In what is a corpse interested? In nothing. Corpses do what they do: nothing. They just decay. They have nothing to do with the living world. They are literally inanimate. Spiritually, before God made us alive, we were spiritually inanimate. We were dead. We had no interest in Christ nor had we interest in his moral will. Now, by his grace, having been made alive we do. That’s a miracle. We have a new stance, a new disposition toward Christ and his moral will for us because we have new life. It’s imperative that we not reverse that order. We are not sanctified and we are certainly not justified or saved because we have a new disposition. That is Romanism. We have a new disposition and we are developing new habits of godliness because we are alive, because we are no longer spiritual corpses dead to Christ, his gospel, and his law.

One of the fruits and evidences of this new principle granted to us and worked in us by God’s sovereign grace is delight in what is good, true, right, and holy. Here is one strong reason why it seems that Paul is speaking as a Christian in Romans 7:22. He says, “For I delight (συνήδομαι) in the law of God, in my inner being….” The verb that Paul uses only occurs once in the NT and not at all in the LXX but its root is related to the word that is often translated “pleasures” or “passions” in the NT and it refers to strong desires or feelings. In other words, though the context is difficult (Rom 7) and disputed if we can use related terms from other contexts to help us interpret Paul’s language it seems like a strong term and not a passing emotional experience. In Ps 1:2 and 40:8 (39:9 in LXX) the Septuagint, the Greek translation of the Hebrew (and Aramaic) Scriptures translated the Hebrew word for “delight” (“but his delight is in the law of Yahweh” and “I delight to do your will….”) is the noun (θέλημα) that is frequently used in the NT for the moral will of God, e.g.,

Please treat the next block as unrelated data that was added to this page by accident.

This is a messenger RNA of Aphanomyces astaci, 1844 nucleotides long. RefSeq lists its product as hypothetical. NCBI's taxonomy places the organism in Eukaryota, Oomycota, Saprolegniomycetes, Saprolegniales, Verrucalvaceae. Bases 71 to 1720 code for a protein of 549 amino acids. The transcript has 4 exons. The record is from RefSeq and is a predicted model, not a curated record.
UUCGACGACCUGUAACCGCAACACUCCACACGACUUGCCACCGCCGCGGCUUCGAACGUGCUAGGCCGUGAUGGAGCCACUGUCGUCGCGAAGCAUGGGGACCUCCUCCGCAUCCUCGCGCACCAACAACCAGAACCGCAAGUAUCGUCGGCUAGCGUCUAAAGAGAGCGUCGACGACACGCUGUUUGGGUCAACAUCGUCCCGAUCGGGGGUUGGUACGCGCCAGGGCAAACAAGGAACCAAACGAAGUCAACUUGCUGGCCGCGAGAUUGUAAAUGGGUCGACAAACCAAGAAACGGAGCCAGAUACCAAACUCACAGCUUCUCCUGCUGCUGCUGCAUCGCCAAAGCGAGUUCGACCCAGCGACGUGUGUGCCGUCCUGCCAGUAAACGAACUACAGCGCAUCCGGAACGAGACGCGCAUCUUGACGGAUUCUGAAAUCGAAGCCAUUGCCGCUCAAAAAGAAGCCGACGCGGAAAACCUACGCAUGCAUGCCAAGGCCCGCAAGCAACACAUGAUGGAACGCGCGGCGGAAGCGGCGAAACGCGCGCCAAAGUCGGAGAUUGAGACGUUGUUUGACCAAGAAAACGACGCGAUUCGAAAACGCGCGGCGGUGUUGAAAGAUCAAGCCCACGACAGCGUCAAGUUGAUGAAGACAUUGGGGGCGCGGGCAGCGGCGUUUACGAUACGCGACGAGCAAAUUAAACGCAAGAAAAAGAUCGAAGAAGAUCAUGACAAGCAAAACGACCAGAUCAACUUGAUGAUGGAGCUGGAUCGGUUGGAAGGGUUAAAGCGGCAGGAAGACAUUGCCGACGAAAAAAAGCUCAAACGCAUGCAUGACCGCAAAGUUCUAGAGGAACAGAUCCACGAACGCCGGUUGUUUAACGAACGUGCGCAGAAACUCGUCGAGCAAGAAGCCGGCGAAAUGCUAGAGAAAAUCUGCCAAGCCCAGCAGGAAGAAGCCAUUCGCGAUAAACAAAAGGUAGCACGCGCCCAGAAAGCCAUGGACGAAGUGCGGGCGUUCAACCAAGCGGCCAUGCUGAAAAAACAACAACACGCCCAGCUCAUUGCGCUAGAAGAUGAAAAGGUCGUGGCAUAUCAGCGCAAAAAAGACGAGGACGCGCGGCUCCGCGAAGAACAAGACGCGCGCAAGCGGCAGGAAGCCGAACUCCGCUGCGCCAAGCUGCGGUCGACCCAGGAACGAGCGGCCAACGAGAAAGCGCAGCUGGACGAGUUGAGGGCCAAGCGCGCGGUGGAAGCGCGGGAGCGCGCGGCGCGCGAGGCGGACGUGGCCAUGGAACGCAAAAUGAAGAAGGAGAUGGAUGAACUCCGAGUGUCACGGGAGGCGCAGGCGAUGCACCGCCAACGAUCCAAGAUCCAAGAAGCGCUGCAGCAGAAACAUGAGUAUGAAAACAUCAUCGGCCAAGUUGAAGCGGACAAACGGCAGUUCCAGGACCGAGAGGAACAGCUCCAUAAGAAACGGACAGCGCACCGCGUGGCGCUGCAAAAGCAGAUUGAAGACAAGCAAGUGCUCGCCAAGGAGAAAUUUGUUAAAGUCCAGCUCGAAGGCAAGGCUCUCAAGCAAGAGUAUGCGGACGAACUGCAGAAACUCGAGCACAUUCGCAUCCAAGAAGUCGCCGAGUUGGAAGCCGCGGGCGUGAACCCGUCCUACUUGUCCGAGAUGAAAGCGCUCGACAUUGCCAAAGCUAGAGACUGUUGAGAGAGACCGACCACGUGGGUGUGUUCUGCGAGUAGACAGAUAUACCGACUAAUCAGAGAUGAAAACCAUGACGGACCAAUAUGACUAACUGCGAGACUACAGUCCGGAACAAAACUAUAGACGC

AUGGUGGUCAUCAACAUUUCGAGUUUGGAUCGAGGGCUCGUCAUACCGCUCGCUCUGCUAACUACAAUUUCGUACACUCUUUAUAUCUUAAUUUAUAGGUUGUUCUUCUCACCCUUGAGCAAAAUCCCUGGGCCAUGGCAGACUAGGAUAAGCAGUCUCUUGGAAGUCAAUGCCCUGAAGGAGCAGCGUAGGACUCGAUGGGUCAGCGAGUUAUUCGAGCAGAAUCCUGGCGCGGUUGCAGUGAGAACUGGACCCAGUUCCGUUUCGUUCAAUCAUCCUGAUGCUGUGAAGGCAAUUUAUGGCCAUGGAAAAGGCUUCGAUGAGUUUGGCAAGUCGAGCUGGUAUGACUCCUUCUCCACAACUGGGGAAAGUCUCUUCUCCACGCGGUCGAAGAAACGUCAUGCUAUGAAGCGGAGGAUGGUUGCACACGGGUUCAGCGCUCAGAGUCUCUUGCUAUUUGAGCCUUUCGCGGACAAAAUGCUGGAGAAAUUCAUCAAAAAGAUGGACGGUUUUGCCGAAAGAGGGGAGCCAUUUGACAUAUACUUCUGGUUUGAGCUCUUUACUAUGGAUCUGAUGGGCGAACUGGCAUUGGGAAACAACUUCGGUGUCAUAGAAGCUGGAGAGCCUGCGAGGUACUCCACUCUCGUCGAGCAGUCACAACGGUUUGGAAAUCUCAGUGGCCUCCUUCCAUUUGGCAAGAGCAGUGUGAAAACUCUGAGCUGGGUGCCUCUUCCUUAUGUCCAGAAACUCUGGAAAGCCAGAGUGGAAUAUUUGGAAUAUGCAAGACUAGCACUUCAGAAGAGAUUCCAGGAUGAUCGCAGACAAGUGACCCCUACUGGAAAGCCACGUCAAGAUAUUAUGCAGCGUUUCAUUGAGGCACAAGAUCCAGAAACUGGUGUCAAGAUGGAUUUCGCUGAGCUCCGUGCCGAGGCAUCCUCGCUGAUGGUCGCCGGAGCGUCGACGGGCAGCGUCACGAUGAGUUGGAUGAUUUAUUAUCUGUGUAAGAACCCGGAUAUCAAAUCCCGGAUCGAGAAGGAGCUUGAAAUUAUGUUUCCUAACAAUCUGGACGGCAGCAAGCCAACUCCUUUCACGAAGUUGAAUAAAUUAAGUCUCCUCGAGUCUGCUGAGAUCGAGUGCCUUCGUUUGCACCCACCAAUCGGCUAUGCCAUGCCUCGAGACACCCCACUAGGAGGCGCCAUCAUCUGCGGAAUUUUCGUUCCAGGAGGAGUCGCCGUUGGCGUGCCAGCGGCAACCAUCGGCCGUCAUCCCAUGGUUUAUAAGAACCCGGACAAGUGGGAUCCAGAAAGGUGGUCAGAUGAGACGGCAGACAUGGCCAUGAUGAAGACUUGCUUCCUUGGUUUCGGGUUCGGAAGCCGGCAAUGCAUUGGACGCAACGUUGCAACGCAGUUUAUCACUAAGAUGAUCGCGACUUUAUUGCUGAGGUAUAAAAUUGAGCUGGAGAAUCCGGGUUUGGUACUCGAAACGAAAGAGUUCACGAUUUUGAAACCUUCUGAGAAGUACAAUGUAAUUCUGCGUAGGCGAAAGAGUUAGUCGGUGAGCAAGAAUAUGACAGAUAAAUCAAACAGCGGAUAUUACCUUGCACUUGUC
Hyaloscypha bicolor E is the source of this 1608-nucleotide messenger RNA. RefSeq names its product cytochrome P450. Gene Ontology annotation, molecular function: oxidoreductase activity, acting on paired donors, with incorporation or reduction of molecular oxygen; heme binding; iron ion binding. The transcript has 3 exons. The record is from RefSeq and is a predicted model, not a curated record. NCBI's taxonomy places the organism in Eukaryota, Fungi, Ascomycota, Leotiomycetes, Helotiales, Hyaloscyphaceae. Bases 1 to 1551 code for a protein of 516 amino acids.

• Matt 6:10, “Your will be done.”
  • Matt 7:21, “but the one who does the will of my Father”
  • Matt 18:14, “whoever does the will of my Father”
  • John 1:13 “My food is to do the will of him who sent me”